Con misconstrues my moral framework, so let me clarify:
First, I deny that happiness is the ONLY moral value. Morality is rooted in the uniqueness and greatness of humanity. We can look to what we value about humanity in general to determine what our moral values are. Happiness is one thing we value, but it must be weighed against other values such as courage and honor and beauty.
Second, I argue that valuation of one individual’s happiness logically entails valuation of all individual’s happiness. I acknowledge that we have a unique responsibility for our own happiness, but this is not what gives our happiness its value. We don’t say “I value my happiness because it is mine,” instead we value it for the intrinsic sense of well being it affords us. But all men and women feel the same intrinsic value of happiness. The justification for the value of happiness is not the subject, but the thing itself.
If Con claims the only thing that makes my happiness valuable is that fact that it is mine, then he must explain why absolutely anything that is mine- suffering, fear, courage, etc. are equally valuable to happiness. This leads down a rabbit hole we no longer have time for in this debate, I have no chance to pursue this inquiry so the judges should consider this a flaw in Con’s justification.
Third, I do value the global perspective of humanity insofar as each individual in the past, present, and future embodies the human ideal. They all are morally relevant to our decisions.
I concede that the uncertainty of our future should factor into our decisions, but we can say with a substantial amount of certainty that humanity will be around for millenia to come. Con has offered no substantial argument that we won’t, so we should look to our longevity of our species history as evidence of a long future to come.
The scale of the universe does not devalue humanity. First, this argument applies equally to individual happiness- if an infinite universe devalues glory it also devalues happiness. Second, humanity has value as long as men are around to value it. As long as humanity survives, it will exemplify greatness.
I concede that it is not ALWAYS necessary to “die in a blaze of glory” but it is undoubtedly true that it SOMETIMES is. Moreover, the broad question of the Resolution is only which we should choose when posed the alternative of glory over longevity- as I stated in my opening argument, some people won’t have to make this choice. We are arguing about those who do.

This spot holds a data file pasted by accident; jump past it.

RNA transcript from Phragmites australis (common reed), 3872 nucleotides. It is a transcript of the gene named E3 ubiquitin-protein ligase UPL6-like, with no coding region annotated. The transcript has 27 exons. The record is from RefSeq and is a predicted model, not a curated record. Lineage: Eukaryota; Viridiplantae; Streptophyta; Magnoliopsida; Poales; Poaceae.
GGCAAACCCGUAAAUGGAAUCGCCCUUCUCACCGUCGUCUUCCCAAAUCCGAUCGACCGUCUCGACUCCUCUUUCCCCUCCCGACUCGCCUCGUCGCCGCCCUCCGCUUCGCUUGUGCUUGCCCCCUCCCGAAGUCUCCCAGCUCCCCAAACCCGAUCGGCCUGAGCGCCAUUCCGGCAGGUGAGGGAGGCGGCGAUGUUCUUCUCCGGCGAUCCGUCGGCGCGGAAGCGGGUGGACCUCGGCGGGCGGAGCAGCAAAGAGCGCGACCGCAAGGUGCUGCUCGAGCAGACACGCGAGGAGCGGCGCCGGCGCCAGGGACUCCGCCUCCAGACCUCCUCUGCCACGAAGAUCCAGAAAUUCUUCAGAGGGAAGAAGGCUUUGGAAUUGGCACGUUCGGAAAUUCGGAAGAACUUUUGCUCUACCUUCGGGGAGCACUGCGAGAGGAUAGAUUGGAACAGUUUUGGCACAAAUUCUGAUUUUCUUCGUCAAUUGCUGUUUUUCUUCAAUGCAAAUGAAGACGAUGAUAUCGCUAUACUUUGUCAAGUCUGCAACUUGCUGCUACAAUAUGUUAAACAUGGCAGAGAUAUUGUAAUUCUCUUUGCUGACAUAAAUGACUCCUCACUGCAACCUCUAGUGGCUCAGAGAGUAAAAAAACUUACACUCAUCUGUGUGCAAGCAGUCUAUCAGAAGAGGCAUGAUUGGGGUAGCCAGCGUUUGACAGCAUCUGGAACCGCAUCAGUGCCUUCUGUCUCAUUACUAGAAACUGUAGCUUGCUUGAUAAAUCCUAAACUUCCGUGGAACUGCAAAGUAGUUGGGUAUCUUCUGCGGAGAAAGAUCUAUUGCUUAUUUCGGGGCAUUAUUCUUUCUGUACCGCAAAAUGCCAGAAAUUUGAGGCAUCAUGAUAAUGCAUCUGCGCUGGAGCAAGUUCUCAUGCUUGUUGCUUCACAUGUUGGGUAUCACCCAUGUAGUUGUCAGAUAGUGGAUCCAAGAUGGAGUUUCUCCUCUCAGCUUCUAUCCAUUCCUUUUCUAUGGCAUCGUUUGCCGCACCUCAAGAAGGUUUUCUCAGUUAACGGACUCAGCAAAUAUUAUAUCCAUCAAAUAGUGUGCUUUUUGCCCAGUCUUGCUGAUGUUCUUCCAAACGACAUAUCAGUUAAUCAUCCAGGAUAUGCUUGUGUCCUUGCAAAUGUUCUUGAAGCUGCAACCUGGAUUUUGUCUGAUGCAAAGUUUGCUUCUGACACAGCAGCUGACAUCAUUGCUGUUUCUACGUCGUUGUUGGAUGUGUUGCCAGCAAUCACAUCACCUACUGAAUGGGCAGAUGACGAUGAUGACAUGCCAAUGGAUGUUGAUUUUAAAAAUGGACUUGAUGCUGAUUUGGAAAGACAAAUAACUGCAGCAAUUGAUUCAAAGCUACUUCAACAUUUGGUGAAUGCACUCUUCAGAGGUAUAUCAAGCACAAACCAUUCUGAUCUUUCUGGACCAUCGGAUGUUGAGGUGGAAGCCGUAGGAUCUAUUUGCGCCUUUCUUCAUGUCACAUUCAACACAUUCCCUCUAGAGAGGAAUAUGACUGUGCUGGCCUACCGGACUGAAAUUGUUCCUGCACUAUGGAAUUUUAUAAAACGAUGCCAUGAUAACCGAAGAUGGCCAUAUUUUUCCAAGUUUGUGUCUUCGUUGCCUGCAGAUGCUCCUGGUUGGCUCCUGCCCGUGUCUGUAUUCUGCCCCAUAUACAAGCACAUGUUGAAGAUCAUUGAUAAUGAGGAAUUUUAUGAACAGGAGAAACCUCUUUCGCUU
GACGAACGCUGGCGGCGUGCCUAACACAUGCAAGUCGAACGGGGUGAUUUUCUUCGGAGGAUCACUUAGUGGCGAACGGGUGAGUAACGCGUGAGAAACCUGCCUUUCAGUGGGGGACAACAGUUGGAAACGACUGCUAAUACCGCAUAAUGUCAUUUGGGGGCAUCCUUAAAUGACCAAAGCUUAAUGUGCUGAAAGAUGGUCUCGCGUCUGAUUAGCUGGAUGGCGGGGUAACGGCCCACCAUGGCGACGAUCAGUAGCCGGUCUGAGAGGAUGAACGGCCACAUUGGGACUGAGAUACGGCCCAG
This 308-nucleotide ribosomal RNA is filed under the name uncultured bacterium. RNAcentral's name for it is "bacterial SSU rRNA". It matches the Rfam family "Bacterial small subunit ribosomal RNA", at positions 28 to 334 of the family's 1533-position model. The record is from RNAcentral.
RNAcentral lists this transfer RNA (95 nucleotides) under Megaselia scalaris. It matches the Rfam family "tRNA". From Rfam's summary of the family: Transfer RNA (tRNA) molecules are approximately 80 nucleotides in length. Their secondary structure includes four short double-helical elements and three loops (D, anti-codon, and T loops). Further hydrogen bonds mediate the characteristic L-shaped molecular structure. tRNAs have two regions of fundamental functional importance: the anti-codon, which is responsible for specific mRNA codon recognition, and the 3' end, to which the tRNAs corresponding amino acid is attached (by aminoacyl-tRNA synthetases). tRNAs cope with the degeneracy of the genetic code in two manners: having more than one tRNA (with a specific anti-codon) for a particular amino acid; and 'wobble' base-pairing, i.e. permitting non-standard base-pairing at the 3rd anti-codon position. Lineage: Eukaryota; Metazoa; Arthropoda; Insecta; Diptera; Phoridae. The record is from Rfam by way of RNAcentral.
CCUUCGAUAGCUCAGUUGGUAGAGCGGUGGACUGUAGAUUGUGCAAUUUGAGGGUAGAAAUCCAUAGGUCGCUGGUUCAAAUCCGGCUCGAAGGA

Pro only now questions the value of Alexander’s achievements, we don’t have time to debate that at this point. I claim that the millions who benefitted from the spread of Greek philosophy, the establishment of cities and commerce and transportation hubs outweigh the blood spilled in his campaign. Anyways ancient war was common, if it wasn’t Alexander it would have been some local warlord doing the killing.
Con claims glory is an illusion, but I have shown that glory has a huge influence on the course of humanity. Achilles’ glory shaped events millenia after his death. Moreover the glory accompanies glorious action, and glorious action such as a soldier saving his brothers in arms has massive benefit. Glory is the reflection of the worth of an action, it is not illusory.
Con claims an artist who is only discovered after his death has wasted his life. I would say that millions of people disagree with Con - people admire and study Picasso and similar artists. We would have no difficulty saying “someone with a wasted life might as well not have been born” but we would never say this of Picasso or a similar artist.
Con concedes that duty and honor tie into happiness- he thus concedes that pursuit of glory is the best way to propogate happiness. The pursuit of glory creates and maximizes more happiness, thus when given the choice we should pursue glory rather than prioritize our own longevity.
Con concedes that life alone has no value and says it is happiness that gives life value. This means that longevity alone has no inherent value and this debate is just a question of the supremacy of happiness to a pluralistic value system. I maintain that I better account for all the factors that make life valuable.
Thanks Raisor for letting me post arguments in the comments section:
I've outlined my ROUND 3 here for easy reading.
Framework for resolution
Pro views personal happiness from the point of view of humanity as a whole and so claims that one man's personal happiness is equal to another. My argument is that personal happiness ought to be measured from the point of view
of the person in question. This is because although from a bird's eye view, everyone's happiness is of equal moral value, from a personal standpoint, an individual rightfully cares more about their own happiness than that of others. We live in our own body and have our own consciousness, out own memories, thoughts and feelings which take precedence over those of an external entity, in this case other human beings.
No one should care about society in the far future